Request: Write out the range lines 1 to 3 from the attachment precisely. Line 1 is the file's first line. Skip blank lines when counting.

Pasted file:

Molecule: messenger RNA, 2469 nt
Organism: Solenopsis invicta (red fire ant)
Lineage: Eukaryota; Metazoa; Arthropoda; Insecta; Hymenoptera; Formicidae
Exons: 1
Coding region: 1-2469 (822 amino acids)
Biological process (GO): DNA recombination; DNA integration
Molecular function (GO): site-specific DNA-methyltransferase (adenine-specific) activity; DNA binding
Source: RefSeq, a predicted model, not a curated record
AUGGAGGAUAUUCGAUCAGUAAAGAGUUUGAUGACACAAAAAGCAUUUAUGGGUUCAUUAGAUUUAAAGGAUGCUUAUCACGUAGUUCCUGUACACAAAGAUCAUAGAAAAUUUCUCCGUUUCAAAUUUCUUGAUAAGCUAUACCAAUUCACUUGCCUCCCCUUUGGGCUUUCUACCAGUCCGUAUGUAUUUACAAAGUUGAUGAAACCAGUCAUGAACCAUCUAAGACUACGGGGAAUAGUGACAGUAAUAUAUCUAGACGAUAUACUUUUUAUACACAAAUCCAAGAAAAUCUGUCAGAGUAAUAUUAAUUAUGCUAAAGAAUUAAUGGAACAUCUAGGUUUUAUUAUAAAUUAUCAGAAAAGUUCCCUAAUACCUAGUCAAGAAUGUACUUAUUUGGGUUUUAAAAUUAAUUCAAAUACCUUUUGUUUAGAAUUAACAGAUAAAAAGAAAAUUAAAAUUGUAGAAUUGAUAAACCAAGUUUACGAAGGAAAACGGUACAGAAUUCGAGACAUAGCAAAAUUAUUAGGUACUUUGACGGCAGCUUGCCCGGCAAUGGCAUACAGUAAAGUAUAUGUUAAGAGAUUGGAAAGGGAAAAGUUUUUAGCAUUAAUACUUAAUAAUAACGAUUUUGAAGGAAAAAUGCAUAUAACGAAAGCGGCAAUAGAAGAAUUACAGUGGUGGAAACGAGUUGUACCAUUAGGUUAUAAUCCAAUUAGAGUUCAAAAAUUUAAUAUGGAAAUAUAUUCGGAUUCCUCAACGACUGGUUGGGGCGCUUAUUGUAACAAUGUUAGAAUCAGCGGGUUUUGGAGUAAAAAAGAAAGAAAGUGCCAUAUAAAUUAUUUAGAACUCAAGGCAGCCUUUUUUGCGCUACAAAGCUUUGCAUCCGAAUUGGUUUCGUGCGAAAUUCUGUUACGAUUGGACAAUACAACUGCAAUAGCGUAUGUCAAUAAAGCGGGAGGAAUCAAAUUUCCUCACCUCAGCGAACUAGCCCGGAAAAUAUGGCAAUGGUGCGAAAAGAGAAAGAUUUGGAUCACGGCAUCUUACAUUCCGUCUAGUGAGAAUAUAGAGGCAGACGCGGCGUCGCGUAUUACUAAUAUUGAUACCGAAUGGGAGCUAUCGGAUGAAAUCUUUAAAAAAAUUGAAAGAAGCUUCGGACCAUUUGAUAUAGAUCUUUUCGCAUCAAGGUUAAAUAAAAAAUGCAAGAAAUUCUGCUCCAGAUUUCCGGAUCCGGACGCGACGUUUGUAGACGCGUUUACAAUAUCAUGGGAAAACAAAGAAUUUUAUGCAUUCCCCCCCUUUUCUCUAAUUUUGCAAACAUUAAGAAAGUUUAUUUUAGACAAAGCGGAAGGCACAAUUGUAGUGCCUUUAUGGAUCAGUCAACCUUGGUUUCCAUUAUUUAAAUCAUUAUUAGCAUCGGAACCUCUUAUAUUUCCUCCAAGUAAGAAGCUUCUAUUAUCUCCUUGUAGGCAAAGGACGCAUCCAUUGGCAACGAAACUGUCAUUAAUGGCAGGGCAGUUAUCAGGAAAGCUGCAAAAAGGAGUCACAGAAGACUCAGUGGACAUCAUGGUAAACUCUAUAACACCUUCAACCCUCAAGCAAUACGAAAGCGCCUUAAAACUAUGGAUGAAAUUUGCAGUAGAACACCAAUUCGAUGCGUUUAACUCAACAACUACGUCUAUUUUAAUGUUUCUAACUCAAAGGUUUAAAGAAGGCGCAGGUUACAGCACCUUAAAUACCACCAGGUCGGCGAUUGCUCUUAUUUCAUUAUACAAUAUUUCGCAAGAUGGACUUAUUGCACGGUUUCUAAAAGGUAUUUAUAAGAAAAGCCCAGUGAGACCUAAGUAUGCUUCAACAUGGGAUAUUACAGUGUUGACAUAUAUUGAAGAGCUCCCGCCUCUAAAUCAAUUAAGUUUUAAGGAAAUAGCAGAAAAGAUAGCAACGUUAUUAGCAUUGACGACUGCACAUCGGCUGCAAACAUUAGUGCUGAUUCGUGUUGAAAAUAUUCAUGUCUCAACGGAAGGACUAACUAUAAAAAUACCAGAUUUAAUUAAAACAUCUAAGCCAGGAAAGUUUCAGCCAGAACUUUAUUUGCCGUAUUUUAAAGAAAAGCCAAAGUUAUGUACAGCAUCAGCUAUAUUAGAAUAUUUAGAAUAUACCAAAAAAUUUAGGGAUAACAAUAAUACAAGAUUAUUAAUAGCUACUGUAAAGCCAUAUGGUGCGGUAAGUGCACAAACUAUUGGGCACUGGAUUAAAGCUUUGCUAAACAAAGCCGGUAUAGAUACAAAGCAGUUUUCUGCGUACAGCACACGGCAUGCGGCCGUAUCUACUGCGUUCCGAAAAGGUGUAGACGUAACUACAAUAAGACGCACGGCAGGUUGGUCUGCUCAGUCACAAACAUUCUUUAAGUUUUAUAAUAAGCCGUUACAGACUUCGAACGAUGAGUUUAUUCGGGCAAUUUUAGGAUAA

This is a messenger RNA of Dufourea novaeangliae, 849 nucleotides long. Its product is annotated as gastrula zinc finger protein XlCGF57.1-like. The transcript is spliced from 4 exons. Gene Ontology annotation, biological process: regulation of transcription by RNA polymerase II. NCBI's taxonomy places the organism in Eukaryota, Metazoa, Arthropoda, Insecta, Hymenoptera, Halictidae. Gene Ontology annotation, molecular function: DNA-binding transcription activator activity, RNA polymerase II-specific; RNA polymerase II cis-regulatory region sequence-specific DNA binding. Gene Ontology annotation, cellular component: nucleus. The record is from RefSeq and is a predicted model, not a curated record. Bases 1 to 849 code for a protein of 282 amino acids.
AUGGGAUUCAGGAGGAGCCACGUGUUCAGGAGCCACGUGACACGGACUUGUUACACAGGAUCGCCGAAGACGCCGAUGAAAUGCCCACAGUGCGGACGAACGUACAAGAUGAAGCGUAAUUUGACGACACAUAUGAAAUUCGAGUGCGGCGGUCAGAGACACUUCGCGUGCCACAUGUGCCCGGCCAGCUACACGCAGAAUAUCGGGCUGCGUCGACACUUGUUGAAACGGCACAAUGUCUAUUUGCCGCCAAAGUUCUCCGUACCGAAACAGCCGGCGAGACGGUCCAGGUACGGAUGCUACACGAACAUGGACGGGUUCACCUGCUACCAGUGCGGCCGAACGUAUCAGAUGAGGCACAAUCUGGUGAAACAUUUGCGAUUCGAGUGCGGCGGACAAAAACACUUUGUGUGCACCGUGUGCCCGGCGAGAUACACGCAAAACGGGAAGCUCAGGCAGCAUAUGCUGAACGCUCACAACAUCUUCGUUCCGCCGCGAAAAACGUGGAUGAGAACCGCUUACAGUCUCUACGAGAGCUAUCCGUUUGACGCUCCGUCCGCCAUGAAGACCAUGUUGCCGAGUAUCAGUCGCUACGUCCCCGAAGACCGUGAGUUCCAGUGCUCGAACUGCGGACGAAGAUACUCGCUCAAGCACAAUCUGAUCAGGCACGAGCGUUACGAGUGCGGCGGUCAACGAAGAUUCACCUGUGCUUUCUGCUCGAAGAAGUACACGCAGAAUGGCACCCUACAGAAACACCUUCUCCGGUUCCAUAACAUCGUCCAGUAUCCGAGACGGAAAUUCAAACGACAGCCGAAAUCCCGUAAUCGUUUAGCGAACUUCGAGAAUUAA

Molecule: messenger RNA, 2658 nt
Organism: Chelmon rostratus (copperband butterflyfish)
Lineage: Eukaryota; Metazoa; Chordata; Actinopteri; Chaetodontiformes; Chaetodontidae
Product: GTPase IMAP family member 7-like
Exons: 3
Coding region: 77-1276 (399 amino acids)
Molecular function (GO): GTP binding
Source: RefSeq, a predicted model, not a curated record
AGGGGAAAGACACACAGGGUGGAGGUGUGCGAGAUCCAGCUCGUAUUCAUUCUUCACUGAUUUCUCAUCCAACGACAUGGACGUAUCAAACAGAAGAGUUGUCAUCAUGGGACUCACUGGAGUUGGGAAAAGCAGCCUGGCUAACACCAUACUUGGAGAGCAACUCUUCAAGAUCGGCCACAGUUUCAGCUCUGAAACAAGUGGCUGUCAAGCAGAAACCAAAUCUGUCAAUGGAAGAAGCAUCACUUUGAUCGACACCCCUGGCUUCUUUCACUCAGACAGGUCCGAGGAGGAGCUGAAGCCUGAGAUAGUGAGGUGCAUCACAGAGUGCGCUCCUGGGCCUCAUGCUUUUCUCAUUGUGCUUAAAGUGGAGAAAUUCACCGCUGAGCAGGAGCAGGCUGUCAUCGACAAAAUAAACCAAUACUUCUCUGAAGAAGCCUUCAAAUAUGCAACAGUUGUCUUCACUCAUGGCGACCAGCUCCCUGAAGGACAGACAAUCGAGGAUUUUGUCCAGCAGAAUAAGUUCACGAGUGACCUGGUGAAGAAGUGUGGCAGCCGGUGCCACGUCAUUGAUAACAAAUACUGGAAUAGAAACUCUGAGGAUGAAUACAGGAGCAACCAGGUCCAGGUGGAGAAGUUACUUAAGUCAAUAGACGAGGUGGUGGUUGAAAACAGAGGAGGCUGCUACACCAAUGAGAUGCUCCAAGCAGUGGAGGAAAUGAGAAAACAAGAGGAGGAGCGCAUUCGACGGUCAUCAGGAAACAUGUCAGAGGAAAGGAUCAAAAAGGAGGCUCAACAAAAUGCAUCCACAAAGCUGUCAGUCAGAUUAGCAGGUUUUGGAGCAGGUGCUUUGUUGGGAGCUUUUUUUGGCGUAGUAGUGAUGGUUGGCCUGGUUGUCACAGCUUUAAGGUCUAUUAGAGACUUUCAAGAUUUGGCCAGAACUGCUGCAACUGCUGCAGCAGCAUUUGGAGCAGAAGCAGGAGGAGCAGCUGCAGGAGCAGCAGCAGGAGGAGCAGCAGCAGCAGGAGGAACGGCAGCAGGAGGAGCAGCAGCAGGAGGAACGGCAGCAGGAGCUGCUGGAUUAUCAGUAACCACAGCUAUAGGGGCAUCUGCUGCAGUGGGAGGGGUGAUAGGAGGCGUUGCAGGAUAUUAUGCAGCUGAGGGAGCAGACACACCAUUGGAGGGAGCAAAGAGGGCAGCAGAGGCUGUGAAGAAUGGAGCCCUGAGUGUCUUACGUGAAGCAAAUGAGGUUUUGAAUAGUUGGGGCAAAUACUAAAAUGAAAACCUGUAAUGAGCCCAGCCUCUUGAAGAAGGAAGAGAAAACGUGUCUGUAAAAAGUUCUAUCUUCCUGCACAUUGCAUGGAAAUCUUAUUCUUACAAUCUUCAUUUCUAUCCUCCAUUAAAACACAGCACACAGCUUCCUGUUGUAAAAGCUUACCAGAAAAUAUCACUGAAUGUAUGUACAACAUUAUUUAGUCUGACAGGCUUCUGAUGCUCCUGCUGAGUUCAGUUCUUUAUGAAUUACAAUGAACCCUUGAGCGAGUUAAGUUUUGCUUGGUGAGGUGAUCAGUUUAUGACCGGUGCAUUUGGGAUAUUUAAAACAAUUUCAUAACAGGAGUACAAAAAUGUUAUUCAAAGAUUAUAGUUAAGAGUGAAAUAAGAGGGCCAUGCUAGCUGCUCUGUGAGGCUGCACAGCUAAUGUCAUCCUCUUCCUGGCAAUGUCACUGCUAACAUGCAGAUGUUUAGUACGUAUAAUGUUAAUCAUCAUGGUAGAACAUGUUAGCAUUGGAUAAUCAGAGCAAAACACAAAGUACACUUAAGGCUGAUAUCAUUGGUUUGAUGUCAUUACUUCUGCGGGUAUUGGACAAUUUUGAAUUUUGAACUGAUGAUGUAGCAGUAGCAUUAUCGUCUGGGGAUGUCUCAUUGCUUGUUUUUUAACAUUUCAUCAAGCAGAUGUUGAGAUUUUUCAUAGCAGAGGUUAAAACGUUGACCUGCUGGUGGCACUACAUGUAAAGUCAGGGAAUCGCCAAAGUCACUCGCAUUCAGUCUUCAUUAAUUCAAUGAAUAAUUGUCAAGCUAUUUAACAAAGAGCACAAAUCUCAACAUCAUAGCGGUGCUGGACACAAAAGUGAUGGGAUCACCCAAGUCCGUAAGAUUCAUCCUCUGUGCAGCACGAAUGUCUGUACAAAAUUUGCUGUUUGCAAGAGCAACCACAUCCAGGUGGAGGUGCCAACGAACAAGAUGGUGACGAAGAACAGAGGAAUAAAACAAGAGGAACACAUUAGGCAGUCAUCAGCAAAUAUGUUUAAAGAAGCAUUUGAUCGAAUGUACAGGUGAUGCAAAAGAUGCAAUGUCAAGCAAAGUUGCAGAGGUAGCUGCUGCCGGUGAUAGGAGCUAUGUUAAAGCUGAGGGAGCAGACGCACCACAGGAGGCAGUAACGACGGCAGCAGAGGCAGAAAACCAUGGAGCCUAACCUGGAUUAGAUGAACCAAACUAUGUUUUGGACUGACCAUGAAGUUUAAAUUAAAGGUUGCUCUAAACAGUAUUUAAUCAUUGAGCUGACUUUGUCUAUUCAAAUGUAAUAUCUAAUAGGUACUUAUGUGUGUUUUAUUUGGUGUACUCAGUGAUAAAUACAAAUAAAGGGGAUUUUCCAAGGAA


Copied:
Molecule: messenger RNA, 2469 nt
Organism: Solenopsis invicta (red fire ant)
Lineage: Eukaryota; Metazoa; Arthropoda; Insecta; Hymenoptera; Formicidae